cochrane.org
almost 5 years ago
Ps 151113 hemophilia a 800x600
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FDA Approves Adynovate for Hemophilia A

The therapeutic reduced bleeding episodes and controlled them once they started.  
medscape.com
almost 5 years ago
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Use of nitroglycerin to deliver a retained placenta | Cochrane

Failure to deliver the placenta after a vaginal birth is an uncommon event that can be associated with significant bleeding and even death if left untreated. The retained placenta may be detached from the uterine wall but is trapped so that it is not expelled through the cervix or non-detached as the placenta fails to separate because of placental inhibition of uterine contractions. Conventional management involves spinal or general anaesthesia to enable introducing a hand inside the uterus to manually remove the placenta, which carries risks of infection and from the anaesthetic, and also requires special facilities. The use of uterine relaxing drugs (tocolytics), either alone or with other drugs to stimulate contractions of the uterus (uterotonics), may bring on the delivery of the placenta and avoid the need for this invasive procedure. This review included three trials that randomly assigned 175 women with the placenta remaining undelivered more than 15 minutes after delivery to either a placebo or the tocolytic nitroglycerin. Both groups received oxytocin to stimulate contractions of the uterus. Combined administration of nitroglycerin and oxytocin did not reduce the need for manual removal of placenta, blood loss, nor the incidence of severe postpartum haemorrhage. Nitroglycerin administration did not cause headache but resulted in a mild drop in blood pressure and a related increase in heart rate. Two out of the three trials had low risk of bias but this result needs confirmation in larger trials with adequate sample sizes to verify the role of nitroglycerin and other tocolytic drugs in managing different subtypes of retained placenta. The trials in this review did not specify the type of retained placenta. We have included an explanation of some of the scientific terms that are used in this review in a glossary (see Appendix 1).  
cochrane.org
almost 5 years ago
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Antidote reverses anticoagulant effects of factor Xa inhibitors in minutes, studies show

Bleeding is a potential complication with factor Xa inhibitors, but two studies reported in the New England Journal of Medicine have shown that the anticoagulant activity of apixaban and rivaroxaban was reversed within minutes by andexanet, an agent designed to block the anticoagulant effects of these inhibitors.1  
feeds.bmj.com
almost 5 years ago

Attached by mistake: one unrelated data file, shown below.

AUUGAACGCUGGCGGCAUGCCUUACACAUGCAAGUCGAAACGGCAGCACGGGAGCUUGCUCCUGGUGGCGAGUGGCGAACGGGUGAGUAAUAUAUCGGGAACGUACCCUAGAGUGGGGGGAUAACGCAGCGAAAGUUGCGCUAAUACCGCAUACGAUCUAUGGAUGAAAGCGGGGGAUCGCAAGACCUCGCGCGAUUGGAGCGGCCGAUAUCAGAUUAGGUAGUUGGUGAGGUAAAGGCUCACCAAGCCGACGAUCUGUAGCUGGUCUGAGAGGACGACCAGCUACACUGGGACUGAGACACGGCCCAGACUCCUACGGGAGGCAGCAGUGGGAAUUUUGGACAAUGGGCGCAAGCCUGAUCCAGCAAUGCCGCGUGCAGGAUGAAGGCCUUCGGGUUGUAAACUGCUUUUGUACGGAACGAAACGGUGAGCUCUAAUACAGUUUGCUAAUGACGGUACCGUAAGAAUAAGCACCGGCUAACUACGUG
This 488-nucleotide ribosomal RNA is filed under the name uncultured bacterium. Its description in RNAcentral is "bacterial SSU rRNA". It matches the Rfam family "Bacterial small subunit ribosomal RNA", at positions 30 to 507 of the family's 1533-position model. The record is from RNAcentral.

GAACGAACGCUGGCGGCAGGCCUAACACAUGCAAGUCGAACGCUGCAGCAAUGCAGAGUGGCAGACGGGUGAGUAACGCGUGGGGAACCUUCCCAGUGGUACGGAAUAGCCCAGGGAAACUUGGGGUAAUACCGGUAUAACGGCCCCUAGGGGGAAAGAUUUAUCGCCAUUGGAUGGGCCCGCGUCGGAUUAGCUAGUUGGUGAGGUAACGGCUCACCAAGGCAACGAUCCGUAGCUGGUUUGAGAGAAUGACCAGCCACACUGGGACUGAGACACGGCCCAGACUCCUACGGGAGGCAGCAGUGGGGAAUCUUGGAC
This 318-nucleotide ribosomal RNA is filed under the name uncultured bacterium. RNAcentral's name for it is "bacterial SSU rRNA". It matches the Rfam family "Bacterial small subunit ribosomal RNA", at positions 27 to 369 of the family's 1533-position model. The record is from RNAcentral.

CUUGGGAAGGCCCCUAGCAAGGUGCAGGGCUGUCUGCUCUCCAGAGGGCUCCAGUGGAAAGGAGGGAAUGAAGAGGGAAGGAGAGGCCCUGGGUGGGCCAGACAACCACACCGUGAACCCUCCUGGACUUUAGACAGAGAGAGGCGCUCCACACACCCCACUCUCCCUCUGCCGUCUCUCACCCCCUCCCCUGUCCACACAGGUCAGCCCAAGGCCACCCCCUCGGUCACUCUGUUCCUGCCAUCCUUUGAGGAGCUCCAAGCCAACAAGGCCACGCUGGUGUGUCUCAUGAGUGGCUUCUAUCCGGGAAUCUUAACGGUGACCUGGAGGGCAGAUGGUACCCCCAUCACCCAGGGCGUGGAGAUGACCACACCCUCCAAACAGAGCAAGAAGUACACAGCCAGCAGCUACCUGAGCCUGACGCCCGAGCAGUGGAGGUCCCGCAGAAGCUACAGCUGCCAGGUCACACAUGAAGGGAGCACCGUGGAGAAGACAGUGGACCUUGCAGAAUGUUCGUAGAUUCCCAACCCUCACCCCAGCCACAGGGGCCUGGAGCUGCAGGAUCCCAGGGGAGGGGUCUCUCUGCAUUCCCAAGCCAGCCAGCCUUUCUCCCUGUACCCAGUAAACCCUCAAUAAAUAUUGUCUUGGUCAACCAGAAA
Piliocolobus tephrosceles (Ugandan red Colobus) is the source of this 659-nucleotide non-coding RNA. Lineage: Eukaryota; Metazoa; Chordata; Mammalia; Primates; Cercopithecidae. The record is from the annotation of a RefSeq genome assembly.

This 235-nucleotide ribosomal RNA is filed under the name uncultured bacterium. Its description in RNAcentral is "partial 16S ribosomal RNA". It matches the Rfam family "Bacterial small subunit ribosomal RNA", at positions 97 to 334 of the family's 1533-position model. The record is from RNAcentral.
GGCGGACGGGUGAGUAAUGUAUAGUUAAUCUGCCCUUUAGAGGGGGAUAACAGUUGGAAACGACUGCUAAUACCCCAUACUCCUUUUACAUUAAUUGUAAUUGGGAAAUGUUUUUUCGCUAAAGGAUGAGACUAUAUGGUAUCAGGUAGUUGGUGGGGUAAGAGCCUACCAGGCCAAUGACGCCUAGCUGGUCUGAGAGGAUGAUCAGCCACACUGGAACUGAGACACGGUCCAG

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Antidote reverses anticoagulant effects of factor Xa inhibitors in minutes, studies show

Bleeding is a potential complication with factor Xa inhibitors, but two studies reported in the New England Journal of Medicine have shown that the anticoagulant activity of apixaban and rivaroxaban was reversed within minutes by andexanet, an agent designed to block the anticoagulant effects of these inhibitors.1  
feeds.bmj.com
almost 5 years ago
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Antidote reverses anticoagulant effects of factor Xa inhibitors in minutes, studies show

Bleeding is a potential complication with factor Xa inhibitors, but two studies reported in the New England Journal of Medicine have shown that the anticoagulant activity of apixaban and rivaroxaban was reversed within minutes by andexanet, an agent designed to block the anticoagulant effects of these inhibitors.1  
feeds.bmj.com
almost 5 years ago
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Proton-Pump Inhibitors May Boost Death Risk in Inpatients

Drugs commonly used in hospitals to prevent gastrointestinal bleeding can increase the risk for serious infections including pneumonia and C difficile, a modeling study has showed.  
medscape.com
almost 5 years ago
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Post-surgery anti-heartburn med use increases risk of death

Prescribing patients PPIs in the hospital to decrease the risk of gastrointestinal bleeding may increase their chance of life-threatening infections.  
medicalnewstoday.com
almost 5 years ago
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Bleeding Complications in Cholecystectomy

Are bleeding complications more common in laparoscopic cholecystectomy or open cholecystectomy?  
medscape.com
almost 5 years ago
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Reversal of Anticoagulation in a True Emergency - emdocs

A critically important, comprehensive review on the reversal of anticoagulation therapy in the setting of acute, life threatening hemorrhage  
emdocs.net
almost 5 years ago
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Emergency Management of Bleeding With NOACs: Do We Need a Reversal Agent? CME

Non-vitamin K antagonist oral anticoagulants (NOACs) are gradually replacing current vitamin K antagonists in a variety of clinical settings. Reversal agents of the vitamin K antagonists are available, but little is known about reversal agents for NOACs. The goal of this activity is to provide an update on the current NOACs being used by clinicians and the recently developed NOAC reversal agents and lab assays that can be used to measure their effects in emergency bleeding situations.  
medscape.org
almost 5 years ago